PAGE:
Ripken Jr. on Zaun's hazing allegations: 'There was no abuse'

Jonah Birenbaum
Joy R. Absalon / USA TODAY Sports / Reuters

Gregg Zaun alleged last week that he was the victim of rookie hazing during the nascent stages of his career, detailing during an appearance on a Toronto radio station the abuse meted out by several prominent members of the Baltimore Orioles, including Hall of Fame inductee Cal Ripken Jr.

The Orioles icon attempted Monday to dispel the allegations made by Zaun, who spent 16 seasons in the majors and has served as a studio analyst for the Toronto Blue Jays on Rogers Sportsnet since 2011.

"I talked to him because he's a friend of mine. I consider him a good friend," Ripken told MASN's Roch Kubatko. "I don't know how it got all out of whack. He apologized and said he used the wrong words. There was no abuse, there was no hazing. It doesn't do anything for team unity. He knows that and everybody who knows me knows that."

Zaun also tried to soften his stance Monday, suggesting his comments were misconstrued while emphasizing that the incidents he detailed last week weren't malicious but simply fun and games.

"I was telling stories about tomfoolery, a little roughhousing on planes and whatnot, and I guess some of the phrases that I used may have rubbed people the wrong way or painted Cal especially in a light that was unfair," Zaun said. 

"It was one of those things where a blogger here in Toronto took quotes from a radio interview and completely eliminates the enthusiasm and gratitude I was trying to show toward having been mentored by these guys - guys like Cal Ripken, who had a ton of things going on in his life with The Streak and everything."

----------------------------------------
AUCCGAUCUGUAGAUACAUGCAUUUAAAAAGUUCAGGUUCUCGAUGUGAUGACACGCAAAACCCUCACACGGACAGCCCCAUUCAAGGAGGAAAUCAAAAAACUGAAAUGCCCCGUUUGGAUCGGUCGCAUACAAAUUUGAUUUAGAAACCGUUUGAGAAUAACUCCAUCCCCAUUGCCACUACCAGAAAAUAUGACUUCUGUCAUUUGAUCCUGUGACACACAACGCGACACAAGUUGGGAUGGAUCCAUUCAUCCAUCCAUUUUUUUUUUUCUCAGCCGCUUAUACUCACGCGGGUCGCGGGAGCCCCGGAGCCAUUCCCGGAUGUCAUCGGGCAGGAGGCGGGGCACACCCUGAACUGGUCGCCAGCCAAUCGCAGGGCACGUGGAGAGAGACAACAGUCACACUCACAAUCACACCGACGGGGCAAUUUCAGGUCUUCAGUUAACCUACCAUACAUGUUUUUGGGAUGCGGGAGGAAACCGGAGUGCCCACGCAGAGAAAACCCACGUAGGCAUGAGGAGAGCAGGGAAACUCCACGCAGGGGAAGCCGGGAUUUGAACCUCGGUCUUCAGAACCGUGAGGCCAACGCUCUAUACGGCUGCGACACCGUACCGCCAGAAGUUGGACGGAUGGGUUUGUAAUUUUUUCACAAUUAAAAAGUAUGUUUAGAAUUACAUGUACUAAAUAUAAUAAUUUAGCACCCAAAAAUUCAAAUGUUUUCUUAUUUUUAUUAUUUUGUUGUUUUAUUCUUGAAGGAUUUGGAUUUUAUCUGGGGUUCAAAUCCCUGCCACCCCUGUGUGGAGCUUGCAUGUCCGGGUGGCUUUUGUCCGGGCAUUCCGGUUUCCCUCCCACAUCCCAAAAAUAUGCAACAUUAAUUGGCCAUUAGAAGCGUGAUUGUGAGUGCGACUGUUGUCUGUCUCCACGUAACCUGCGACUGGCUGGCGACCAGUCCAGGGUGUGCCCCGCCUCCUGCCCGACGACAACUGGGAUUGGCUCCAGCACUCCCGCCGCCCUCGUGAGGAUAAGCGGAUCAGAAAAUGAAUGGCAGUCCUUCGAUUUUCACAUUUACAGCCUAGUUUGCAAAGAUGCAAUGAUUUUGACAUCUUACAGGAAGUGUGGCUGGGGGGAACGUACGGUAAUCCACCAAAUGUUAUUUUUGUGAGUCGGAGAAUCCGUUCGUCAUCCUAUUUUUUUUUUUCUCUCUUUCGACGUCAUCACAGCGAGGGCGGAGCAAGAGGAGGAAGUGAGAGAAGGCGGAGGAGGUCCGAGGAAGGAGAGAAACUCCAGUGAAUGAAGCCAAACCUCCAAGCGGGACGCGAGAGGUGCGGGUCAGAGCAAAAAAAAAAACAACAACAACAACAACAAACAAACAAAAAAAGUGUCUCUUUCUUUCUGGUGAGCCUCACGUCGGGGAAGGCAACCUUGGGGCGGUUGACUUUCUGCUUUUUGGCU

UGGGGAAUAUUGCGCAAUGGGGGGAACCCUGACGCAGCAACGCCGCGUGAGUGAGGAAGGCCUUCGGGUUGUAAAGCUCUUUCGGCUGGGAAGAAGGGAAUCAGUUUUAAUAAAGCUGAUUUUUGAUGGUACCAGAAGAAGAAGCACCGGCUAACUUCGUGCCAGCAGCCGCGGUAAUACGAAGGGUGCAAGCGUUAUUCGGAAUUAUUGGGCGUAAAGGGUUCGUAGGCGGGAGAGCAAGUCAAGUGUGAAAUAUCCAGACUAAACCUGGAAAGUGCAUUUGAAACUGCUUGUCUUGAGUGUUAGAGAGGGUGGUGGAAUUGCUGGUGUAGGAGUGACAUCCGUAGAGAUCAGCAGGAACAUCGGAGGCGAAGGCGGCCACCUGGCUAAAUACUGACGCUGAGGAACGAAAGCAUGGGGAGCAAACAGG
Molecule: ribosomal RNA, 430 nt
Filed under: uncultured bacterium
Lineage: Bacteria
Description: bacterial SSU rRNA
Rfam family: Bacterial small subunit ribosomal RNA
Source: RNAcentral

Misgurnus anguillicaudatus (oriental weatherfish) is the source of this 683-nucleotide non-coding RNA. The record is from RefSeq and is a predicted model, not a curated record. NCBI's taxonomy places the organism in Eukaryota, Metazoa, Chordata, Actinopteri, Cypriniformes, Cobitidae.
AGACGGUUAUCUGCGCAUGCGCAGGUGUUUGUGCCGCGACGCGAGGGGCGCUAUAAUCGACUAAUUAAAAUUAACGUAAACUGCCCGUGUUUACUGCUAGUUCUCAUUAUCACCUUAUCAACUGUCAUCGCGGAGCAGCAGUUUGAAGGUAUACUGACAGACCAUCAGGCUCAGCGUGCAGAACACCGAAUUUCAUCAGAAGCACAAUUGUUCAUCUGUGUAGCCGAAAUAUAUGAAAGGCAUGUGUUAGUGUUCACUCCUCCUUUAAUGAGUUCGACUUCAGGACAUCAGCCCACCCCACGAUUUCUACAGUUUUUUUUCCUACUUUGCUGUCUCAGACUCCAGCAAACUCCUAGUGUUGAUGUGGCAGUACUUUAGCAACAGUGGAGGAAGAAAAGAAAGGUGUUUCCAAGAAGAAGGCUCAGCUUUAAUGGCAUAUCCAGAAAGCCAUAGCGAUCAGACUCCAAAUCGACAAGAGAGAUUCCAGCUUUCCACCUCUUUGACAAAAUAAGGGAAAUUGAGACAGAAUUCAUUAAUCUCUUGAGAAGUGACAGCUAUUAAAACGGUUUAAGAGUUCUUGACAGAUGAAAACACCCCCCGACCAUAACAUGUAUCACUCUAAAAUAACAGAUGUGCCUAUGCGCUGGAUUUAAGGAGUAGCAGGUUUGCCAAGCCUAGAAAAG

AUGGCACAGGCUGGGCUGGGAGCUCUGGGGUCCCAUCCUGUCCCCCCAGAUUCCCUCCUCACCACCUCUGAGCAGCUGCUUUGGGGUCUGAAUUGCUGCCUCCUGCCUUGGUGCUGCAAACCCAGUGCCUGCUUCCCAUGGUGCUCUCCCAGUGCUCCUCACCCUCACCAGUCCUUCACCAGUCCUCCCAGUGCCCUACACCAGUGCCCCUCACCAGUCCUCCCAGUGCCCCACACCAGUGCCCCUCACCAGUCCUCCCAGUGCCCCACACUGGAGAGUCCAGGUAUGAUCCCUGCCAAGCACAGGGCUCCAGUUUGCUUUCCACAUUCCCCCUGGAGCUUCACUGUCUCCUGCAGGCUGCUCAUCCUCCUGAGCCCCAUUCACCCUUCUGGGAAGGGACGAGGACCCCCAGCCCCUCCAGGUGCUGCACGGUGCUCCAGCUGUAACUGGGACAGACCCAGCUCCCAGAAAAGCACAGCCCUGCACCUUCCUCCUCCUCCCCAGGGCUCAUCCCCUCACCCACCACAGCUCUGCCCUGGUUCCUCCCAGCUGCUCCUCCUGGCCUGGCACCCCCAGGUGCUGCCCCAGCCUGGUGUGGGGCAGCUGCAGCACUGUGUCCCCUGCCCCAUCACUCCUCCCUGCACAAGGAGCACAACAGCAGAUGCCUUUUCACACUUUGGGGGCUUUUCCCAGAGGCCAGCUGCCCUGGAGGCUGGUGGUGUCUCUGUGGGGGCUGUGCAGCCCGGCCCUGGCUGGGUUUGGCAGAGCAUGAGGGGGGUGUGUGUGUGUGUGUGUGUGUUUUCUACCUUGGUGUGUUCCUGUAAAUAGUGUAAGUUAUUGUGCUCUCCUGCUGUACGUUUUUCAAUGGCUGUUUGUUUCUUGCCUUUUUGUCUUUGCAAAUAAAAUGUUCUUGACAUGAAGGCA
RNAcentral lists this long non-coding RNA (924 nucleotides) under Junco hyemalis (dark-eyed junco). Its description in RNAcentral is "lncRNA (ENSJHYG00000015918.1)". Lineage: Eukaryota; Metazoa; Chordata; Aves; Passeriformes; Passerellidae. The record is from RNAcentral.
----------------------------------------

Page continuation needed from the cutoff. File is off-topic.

Brady Anderson, the Orioles' vice president of baseball operations and another former player implicated by Zaun, also disputed the allegations and championed his reputation as an anti-hazer.

"I never did that to anyone," Anderson said. "I don't believe in rookie hazing or status based on tenure and that nonsense. Hated it then and wouldn't put up with it as a rookie, and certainly didn't carry on a tradition I thought was absurd.

"I didn't do it and wouldn't allow it done to me. I've always felt that it's hard enough to feel comfortable as a rookie and a veteran's job was to include them and make them feel a part of the team. We want them to perform and help us win games and I never understood how being dismissive of them or dressing them up in silly costumes was a logical path to that desired outcome."